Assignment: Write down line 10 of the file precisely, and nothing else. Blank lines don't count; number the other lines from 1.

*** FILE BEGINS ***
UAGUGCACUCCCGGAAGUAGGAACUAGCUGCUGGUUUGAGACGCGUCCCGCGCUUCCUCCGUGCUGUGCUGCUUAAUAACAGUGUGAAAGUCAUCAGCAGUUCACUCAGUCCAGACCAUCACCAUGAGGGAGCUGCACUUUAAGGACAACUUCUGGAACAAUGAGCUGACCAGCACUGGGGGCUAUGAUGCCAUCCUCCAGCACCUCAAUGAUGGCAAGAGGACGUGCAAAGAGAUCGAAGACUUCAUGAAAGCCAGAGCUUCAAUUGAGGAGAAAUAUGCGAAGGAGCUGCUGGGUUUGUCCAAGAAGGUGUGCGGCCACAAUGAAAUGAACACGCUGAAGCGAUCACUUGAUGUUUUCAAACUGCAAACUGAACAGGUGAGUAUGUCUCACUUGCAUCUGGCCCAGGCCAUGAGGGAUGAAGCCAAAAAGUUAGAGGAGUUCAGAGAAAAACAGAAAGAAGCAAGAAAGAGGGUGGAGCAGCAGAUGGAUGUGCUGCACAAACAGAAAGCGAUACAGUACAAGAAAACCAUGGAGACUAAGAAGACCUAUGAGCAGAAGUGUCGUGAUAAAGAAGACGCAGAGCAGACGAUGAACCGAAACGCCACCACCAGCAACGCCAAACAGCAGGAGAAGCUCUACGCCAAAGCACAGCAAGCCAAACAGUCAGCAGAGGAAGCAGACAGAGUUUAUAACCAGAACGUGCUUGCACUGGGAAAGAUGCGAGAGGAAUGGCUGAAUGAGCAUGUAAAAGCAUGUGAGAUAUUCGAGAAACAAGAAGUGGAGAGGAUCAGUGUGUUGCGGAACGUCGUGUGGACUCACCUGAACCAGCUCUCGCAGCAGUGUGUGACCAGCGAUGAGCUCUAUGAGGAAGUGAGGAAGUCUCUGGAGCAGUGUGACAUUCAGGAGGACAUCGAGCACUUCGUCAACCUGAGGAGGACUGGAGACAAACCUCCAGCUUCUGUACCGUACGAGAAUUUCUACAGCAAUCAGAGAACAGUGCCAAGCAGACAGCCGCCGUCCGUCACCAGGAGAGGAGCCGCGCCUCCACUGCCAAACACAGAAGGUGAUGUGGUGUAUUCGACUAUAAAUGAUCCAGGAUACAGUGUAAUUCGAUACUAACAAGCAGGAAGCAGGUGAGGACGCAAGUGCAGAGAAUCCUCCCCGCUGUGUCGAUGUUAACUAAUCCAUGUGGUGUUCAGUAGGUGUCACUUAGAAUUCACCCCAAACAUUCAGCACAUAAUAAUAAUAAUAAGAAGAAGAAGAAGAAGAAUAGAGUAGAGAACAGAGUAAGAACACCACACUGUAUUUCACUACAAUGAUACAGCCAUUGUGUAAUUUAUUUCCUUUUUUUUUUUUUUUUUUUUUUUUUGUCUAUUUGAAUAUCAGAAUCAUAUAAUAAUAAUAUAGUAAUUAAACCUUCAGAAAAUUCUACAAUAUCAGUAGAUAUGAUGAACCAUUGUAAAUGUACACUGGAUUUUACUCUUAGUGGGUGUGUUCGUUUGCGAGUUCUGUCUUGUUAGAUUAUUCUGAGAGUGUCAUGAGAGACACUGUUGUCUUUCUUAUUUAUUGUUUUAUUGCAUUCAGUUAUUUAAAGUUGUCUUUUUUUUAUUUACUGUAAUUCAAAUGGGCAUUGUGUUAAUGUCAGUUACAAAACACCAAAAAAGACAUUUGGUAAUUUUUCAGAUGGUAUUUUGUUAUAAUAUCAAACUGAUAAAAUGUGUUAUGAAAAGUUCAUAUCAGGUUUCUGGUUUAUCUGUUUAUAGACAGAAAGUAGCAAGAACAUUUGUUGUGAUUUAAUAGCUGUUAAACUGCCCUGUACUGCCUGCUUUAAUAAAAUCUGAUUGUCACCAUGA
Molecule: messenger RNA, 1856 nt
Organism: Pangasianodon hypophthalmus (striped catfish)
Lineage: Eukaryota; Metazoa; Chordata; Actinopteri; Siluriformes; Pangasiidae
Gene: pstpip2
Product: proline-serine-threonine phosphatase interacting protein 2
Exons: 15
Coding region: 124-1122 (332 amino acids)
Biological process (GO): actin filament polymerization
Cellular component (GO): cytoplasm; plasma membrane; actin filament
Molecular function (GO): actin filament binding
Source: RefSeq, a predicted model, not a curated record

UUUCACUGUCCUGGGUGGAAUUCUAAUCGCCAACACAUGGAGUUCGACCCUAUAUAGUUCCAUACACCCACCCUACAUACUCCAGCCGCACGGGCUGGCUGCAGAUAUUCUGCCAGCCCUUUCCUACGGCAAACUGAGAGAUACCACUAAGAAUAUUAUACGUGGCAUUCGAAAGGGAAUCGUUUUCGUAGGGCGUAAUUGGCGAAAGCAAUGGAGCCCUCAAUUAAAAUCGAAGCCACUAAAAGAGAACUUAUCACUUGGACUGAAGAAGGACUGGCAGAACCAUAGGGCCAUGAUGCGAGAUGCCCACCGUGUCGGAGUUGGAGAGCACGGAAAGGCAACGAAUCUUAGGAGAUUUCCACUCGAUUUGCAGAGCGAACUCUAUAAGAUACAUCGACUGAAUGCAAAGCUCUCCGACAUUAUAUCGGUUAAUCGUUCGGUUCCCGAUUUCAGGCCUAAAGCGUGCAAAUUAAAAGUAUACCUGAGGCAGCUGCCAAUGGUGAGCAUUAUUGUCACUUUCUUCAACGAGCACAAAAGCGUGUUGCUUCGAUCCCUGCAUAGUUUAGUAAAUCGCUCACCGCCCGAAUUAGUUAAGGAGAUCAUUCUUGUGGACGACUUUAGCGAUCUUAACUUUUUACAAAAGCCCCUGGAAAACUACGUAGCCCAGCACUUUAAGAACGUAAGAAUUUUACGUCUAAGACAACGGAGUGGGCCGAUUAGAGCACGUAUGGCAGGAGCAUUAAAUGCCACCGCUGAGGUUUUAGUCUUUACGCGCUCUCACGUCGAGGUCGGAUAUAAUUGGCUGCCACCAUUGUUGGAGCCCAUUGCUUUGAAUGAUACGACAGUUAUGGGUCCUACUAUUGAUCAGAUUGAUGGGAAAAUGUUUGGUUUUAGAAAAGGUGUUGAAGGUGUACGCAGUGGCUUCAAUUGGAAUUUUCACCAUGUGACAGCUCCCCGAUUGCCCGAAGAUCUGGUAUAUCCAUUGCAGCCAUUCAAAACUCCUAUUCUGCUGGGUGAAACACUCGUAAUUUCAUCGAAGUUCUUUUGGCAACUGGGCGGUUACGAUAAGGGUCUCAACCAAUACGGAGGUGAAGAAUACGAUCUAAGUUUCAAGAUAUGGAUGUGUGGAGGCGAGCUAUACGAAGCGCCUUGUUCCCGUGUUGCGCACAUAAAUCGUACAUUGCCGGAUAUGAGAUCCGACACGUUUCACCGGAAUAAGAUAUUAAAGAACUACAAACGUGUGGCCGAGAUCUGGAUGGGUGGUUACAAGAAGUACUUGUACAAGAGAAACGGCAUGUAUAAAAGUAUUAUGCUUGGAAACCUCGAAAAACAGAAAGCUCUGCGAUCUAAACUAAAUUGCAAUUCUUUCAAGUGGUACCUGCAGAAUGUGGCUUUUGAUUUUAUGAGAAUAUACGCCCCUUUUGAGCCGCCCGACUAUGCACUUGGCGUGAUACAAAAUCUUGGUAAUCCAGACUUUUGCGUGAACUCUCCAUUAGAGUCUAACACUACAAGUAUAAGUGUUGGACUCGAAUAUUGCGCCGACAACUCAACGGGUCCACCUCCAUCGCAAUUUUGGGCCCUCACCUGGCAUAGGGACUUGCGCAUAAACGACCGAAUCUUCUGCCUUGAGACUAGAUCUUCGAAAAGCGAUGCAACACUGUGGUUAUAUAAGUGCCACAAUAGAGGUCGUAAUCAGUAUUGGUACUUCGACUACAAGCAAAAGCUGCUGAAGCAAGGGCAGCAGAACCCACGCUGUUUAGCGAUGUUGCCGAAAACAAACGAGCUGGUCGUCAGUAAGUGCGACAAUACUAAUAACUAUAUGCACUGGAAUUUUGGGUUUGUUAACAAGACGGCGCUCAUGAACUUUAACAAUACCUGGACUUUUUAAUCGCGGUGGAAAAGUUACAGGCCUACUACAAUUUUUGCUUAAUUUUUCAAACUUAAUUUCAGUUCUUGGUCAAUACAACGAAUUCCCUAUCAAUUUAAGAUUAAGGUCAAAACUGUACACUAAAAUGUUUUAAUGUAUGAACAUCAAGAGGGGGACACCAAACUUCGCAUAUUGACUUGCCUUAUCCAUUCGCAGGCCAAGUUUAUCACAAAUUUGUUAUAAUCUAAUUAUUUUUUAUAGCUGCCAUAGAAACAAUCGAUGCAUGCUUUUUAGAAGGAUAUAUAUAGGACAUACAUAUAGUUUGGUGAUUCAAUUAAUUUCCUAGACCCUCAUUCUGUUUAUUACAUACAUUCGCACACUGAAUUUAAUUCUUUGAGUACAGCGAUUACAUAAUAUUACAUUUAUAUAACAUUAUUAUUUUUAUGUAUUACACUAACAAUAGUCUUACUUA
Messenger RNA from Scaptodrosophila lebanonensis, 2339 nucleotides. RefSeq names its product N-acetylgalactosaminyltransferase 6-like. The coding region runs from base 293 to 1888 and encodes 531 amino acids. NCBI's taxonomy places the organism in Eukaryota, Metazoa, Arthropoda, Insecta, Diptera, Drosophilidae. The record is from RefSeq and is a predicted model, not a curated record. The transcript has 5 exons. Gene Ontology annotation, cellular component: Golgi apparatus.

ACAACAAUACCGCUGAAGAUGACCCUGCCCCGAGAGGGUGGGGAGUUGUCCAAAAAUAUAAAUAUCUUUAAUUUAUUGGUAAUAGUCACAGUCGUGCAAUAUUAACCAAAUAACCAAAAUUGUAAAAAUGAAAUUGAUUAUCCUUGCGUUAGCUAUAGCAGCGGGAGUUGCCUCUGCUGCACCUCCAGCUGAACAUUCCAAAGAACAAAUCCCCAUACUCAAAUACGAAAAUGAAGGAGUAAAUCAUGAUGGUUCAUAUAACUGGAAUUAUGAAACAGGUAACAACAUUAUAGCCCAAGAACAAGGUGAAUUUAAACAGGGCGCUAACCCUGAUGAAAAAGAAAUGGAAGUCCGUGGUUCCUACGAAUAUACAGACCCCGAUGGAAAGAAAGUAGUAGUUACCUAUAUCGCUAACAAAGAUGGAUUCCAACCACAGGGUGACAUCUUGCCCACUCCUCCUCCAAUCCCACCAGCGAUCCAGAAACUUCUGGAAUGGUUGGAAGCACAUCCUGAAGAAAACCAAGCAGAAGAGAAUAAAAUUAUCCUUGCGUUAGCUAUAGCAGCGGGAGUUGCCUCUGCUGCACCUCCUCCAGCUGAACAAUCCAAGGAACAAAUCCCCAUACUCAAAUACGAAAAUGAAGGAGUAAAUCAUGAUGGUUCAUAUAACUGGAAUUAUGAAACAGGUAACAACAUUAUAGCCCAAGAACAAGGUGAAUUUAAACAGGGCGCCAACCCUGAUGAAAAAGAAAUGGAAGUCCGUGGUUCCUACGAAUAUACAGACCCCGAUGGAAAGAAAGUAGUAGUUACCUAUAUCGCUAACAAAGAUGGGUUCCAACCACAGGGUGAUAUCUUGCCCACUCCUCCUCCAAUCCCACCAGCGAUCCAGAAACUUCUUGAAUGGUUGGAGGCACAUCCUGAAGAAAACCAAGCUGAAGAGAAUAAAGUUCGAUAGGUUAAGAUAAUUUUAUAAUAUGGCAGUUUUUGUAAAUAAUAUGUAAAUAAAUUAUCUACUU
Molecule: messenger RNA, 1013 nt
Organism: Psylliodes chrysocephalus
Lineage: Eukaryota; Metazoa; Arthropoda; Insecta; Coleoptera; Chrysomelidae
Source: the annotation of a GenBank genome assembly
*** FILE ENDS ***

Cellular component (GO): cytoplasm; plasma membrane; actin filament